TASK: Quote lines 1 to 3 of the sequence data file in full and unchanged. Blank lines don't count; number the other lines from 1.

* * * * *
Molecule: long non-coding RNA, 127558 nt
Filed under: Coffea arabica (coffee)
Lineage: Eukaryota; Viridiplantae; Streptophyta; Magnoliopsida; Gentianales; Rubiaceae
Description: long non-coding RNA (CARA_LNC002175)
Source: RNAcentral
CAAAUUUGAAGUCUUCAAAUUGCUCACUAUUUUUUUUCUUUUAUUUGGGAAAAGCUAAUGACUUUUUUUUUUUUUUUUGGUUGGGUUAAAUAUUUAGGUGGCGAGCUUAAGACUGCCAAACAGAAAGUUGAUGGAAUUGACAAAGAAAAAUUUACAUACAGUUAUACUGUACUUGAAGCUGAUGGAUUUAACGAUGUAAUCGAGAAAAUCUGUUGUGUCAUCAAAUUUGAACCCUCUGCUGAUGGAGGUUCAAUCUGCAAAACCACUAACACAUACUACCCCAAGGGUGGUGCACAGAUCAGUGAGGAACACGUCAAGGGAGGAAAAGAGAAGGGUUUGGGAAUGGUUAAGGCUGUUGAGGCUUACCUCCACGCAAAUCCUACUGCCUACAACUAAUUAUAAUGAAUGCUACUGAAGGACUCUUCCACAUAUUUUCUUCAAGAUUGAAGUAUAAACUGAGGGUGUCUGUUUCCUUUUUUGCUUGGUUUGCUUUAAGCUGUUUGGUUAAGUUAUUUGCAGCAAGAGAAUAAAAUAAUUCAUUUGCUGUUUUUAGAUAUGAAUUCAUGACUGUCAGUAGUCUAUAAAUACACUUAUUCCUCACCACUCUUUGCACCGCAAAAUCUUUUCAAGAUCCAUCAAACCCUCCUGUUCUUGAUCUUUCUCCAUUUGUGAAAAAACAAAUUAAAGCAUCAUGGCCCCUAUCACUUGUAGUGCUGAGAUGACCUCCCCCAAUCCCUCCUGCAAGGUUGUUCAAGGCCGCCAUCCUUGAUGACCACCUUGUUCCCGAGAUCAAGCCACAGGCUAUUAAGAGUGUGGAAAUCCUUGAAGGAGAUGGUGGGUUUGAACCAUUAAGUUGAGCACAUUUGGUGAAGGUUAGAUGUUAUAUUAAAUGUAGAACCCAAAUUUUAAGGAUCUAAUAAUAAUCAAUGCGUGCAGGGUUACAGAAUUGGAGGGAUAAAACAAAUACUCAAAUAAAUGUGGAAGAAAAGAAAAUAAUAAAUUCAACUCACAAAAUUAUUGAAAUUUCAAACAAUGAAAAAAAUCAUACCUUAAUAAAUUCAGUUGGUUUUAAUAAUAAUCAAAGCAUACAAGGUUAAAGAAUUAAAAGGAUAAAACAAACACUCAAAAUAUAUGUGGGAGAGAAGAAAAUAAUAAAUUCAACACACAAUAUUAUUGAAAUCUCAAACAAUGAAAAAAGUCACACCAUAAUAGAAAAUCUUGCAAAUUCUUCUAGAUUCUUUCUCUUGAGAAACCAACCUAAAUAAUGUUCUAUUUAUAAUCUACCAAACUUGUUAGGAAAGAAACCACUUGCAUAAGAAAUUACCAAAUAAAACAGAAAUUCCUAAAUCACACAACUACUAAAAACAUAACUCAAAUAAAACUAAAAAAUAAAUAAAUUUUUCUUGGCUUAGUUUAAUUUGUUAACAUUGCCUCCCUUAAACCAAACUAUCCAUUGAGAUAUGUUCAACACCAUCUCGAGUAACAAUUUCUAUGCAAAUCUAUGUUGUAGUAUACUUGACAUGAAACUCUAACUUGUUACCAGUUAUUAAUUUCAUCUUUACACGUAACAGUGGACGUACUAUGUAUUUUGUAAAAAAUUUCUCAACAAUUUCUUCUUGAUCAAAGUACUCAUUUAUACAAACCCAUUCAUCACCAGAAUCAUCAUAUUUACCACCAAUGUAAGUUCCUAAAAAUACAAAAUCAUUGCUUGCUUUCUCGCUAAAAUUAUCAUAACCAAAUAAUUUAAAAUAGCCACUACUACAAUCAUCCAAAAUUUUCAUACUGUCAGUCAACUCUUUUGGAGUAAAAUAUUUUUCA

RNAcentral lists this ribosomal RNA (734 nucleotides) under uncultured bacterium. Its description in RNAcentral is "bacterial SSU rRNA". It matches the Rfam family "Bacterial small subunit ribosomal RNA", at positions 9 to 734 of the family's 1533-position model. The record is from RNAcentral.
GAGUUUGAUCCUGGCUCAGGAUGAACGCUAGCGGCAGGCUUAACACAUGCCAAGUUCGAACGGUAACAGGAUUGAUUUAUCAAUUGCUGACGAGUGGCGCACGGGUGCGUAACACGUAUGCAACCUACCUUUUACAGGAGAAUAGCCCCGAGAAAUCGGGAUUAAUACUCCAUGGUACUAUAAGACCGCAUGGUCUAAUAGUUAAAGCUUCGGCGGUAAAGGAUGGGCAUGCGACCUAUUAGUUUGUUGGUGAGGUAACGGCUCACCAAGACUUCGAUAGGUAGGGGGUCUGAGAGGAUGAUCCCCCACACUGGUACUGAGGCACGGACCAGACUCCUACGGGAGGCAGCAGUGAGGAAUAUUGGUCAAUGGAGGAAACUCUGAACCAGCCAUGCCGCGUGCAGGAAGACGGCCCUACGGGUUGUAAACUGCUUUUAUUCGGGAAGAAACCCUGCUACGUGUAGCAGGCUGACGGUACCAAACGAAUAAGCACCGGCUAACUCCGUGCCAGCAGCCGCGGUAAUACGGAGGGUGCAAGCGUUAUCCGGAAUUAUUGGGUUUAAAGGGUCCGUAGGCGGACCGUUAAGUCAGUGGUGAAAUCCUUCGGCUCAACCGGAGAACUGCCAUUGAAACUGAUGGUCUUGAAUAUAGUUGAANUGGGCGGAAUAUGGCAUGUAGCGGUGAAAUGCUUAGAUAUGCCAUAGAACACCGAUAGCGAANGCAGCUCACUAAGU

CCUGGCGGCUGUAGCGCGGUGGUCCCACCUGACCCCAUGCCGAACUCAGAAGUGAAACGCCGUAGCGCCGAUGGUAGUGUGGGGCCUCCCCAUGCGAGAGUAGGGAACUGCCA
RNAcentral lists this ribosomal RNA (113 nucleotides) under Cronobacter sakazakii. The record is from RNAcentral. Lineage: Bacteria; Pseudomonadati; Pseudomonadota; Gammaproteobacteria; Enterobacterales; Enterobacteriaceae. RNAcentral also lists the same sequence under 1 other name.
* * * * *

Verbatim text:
Molecule: long non-coding RNA, 127558 nt
Filed under: Coffea arabica (coffee)
Lineage: Eukaryota; Viridiplantae; Streptophyta; Magnoliopsida; Gentianales; Rubiaceae